Say No to the Mow

The weather is warming up and the grass is starting to really grow. And grow. At the weekend, the air is filled with that sound of Summer, the gentle hum of lawnmowers in the distance. Why do we do it? All those hours spent trudging behind the mower, not to mention the petrol, and the loss of habitat. So while I do like a little bit of nice stripey lawn, this year I am proud to be joining in with Plantlife’s Say No to the Mow campaign. They are encouraging people to stop mowing a patch of lawn – however tiny – until the Autumn. The idea is that wildflowers will emerge to bring in pollinators, while the longer grasses provide habitat for other insects; birds can then feast on both the insects and the grass seeds. Even a tiny area is soon teeming with plants and wildlife.

So what’s growing in our no-mow-zone? Well, so far we have buttercups, clover, plantains, many pretty grasses and, most excitingly, bee orchids.

Bee orchid

Bee orchid

Bee orchid 2

Bee orchid 3The kids love this area, they hide in the grasses and play at creeping through the ‘jungle’ – it’s far more exciting to them than flat, tidy lawn.

It's a jungle out there...

It’s a jungle out there…

If you can’t spare the space to let things get really wild, even just leaving a couple of weeks between mows can bring a little more wilderness into your garden. As a result of laziness our deep commitment to wildlife, what passes for lawn around here is often left for a week or three before we haul out the mower. The lovely thing is, even in that short time, you quickly end up with a lawn that is studded with little wildflowers. We’ve had daisies, buttercups, ground ivy, self-heal and dandelions. On a sunny afternoon, fat bumblebees pootle from flower to flower. The grass is still short enough for the kids to run around and kick a ball, and looks just lovely.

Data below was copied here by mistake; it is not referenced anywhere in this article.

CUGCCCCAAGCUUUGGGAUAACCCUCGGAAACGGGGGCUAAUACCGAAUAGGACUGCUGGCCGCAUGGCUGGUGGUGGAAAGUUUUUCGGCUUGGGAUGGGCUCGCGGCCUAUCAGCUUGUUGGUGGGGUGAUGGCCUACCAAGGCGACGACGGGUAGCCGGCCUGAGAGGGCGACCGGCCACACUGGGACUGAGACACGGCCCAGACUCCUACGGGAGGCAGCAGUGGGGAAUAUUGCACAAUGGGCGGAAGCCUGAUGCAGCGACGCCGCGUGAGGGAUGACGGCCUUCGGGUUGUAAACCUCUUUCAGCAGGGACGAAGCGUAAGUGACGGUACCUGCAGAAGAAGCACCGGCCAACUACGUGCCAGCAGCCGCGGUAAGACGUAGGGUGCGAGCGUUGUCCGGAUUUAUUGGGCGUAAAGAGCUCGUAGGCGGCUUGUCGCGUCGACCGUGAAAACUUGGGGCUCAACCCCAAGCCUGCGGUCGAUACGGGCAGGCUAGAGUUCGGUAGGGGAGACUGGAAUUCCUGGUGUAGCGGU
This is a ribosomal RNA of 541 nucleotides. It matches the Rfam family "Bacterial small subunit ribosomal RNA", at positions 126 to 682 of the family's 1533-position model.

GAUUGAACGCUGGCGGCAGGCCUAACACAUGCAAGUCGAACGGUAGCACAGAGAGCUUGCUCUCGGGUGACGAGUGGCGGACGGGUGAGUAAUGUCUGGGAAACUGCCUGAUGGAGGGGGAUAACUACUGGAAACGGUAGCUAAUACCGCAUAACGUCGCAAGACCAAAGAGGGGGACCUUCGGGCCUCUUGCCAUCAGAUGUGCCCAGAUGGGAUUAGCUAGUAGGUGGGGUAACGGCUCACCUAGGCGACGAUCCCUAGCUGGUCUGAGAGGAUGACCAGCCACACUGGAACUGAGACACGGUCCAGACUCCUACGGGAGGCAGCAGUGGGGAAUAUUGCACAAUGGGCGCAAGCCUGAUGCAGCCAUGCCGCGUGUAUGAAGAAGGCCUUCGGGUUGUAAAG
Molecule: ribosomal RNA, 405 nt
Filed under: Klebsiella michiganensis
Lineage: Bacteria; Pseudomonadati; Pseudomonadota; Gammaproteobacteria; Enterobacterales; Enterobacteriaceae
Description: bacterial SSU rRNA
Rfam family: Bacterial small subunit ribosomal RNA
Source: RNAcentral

The 'lawn' - messy, but the bees love it

The ‘lawn’ – messy, but the bees love it

Giving the mower a rest can bring beautiful surprises, too. Back in May, there was a long patch of grass I just didn’t get round to dealing with for a few weeks. Just as I was about to get the mower out, I noticed something white and sparkling in the long grass.  At first I thought it was daisies, but when I looked closely, I found this lovely thing – I’m pretty sure it’s Star of Bethlehem. If I’d been keeping up with the mowing, it would never have had chance to flower and set seed, and I would never have known it was there.

Star of Bethlehem

Star of Bethlehem

So go on, just for a couple of months – let nature do it’s thing, and Say No to the Mow!